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Endogenous blockage and delay of the chromosome cycle despite normal recruitment and growth phase explain poor proliferation and frequent edomitosis in Fanconi anemia cells


Kubbies, M; Schindler, D; Hoehn, H; Schinzel, Albert; Rabinovitch, P S (1985). Endogenous blockage and delay of the chromosome cycle despite normal recruitment and growth phase explain poor proliferation and frequent edomitosis in Fanconi anemia cells. American Journal of Human Genetics, 37(5):1022-1030.

Abstract

BrdU-Hoechst flow cytometry was employed to study the proliferation kinetics of blood lymphocytes from patients with Fanconi anemia (FA). Compared to controls, untreated FA lymphocytes show normal response to PHA stimulation, normal G0/G1 exit rates, and normal first S-phase durations. The G2 phase of the first cell cycle, however, is severely prolonged, and 24% of the recruited population become arrested during the first chromosome cycle (S, G2/M phases). The delay suffered during G2 appears to be compensated in part by a subsequent G1 phase duration that is unusually short for postnatal human cells (3.7 +/- 0.5 hrs). In analogy to what has been observed in other cell systems after experimental delays of the chromosome cycle, we therefore postulate that at least some FA cells enter their second growth phase without prior completion of the delayed chromosome cycle. Renewed replication would ensue in such cells without prior passing through mitosis and cytokinesis, leading to endoreduplication, which is a frequent finding in the FA syndrome.

Abstract

BrdU-Hoechst flow cytometry was employed to study the proliferation kinetics of blood lymphocytes from patients with Fanconi anemia (FA). Compared to controls, untreated FA lymphocytes show normal response to PHA stimulation, normal G0/G1 exit rates, and normal first S-phase durations. The G2 phase of the first cell cycle, however, is severely prolonged, and 24% of the recruited population become arrested during the first chromosome cycle (S, G2/M phases). The delay suffered during G2 appears to be compensated in part by a subsequent G1 phase duration that is unusually short for postnatal human cells (3.7 +/- 0.5 hrs). In analogy to what has been observed in other cell systems after experimental delays of the chromosome cycle, we therefore postulate that at least some FA cells enter their second growth phase without prior completion of the delayed chromosome cycle. Renewed replication would ensue in such cells without prior passing through mitosis and cytokinesis, leading to endoreduplication, which is a frequent finding in the FA syndrome.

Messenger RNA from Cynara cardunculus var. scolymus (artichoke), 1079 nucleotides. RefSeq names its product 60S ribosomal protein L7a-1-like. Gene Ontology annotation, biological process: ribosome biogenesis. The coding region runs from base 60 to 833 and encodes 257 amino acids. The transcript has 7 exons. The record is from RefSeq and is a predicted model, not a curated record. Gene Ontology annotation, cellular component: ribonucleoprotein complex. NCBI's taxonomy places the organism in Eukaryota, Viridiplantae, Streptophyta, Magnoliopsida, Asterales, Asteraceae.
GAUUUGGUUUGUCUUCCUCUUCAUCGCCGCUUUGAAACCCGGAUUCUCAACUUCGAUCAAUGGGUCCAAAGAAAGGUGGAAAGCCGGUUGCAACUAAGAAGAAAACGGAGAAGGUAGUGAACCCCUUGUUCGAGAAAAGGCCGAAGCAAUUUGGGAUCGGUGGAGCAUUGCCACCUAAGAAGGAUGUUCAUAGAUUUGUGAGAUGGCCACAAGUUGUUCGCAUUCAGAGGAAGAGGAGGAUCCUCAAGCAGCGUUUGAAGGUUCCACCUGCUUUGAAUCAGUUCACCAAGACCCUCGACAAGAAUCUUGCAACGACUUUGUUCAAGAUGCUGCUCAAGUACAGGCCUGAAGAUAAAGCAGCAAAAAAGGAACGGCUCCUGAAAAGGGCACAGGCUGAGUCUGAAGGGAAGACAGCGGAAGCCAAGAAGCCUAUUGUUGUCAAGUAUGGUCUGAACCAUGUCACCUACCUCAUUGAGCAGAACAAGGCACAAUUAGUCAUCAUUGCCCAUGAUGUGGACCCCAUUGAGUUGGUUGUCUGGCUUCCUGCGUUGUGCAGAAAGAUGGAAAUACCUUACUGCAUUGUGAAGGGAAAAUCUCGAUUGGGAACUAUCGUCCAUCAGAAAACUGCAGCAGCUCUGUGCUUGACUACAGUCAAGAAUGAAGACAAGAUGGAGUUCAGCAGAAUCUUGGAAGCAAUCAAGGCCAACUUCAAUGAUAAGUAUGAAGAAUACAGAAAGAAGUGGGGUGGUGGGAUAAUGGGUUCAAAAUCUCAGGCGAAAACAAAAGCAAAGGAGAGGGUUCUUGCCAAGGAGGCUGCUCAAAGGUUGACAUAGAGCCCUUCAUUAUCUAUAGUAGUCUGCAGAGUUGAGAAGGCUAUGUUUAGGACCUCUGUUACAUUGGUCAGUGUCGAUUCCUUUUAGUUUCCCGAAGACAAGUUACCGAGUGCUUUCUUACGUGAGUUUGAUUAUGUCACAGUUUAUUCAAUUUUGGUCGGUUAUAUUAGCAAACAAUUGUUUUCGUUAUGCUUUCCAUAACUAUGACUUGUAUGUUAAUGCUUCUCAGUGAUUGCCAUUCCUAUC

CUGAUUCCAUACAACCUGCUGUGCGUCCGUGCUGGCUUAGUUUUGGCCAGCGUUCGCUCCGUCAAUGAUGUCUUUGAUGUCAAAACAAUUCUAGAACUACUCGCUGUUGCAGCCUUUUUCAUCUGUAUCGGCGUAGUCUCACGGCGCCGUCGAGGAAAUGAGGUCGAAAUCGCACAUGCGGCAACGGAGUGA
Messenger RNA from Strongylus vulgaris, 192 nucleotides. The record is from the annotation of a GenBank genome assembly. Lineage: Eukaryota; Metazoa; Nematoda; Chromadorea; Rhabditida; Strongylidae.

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Additional indexing

Item Type:Journal Article, refereed, original work
Communities & Collections:04 Faculty of Medicine > Institute of Medical Genetics
Dewey Decimal Classification:570 Life sciences; biology
610 Medicine & health
Scopus Subject Areas:Life Sciences > Genetics
Health Sciences > Genetics (clinical)
Uncontrolled Keywords:Genetics, Genetics (clinical), Adolescent, Anemia, Aplastic / pathology, Cell Cycle, Fanconi Anemia / blood, Fanconi Anemia / genetics, Fanconi Anemia / pathology, Flow Cytometry, Humans, Lymphocytes / pathology, Lymphocytes / ultrastructure, Mitosis
Language:English
Date:September 1985
Deposited On:05 Oct 2023 16:52
Last Modified:29 Apr 2024 01:40
Publisher:Elsevier
ISSN:0002-9297
OA Status:Closed
Free access at:Publisher DOI. An embargo period may apply.
Related URLs:https://www.ncbi.nlm.nih.gov/pmc/articles/PMC1684700/
PubMed ID:4050789
Other Identification Number:Corpus ID: 22954284 / PMCID: PMC1684700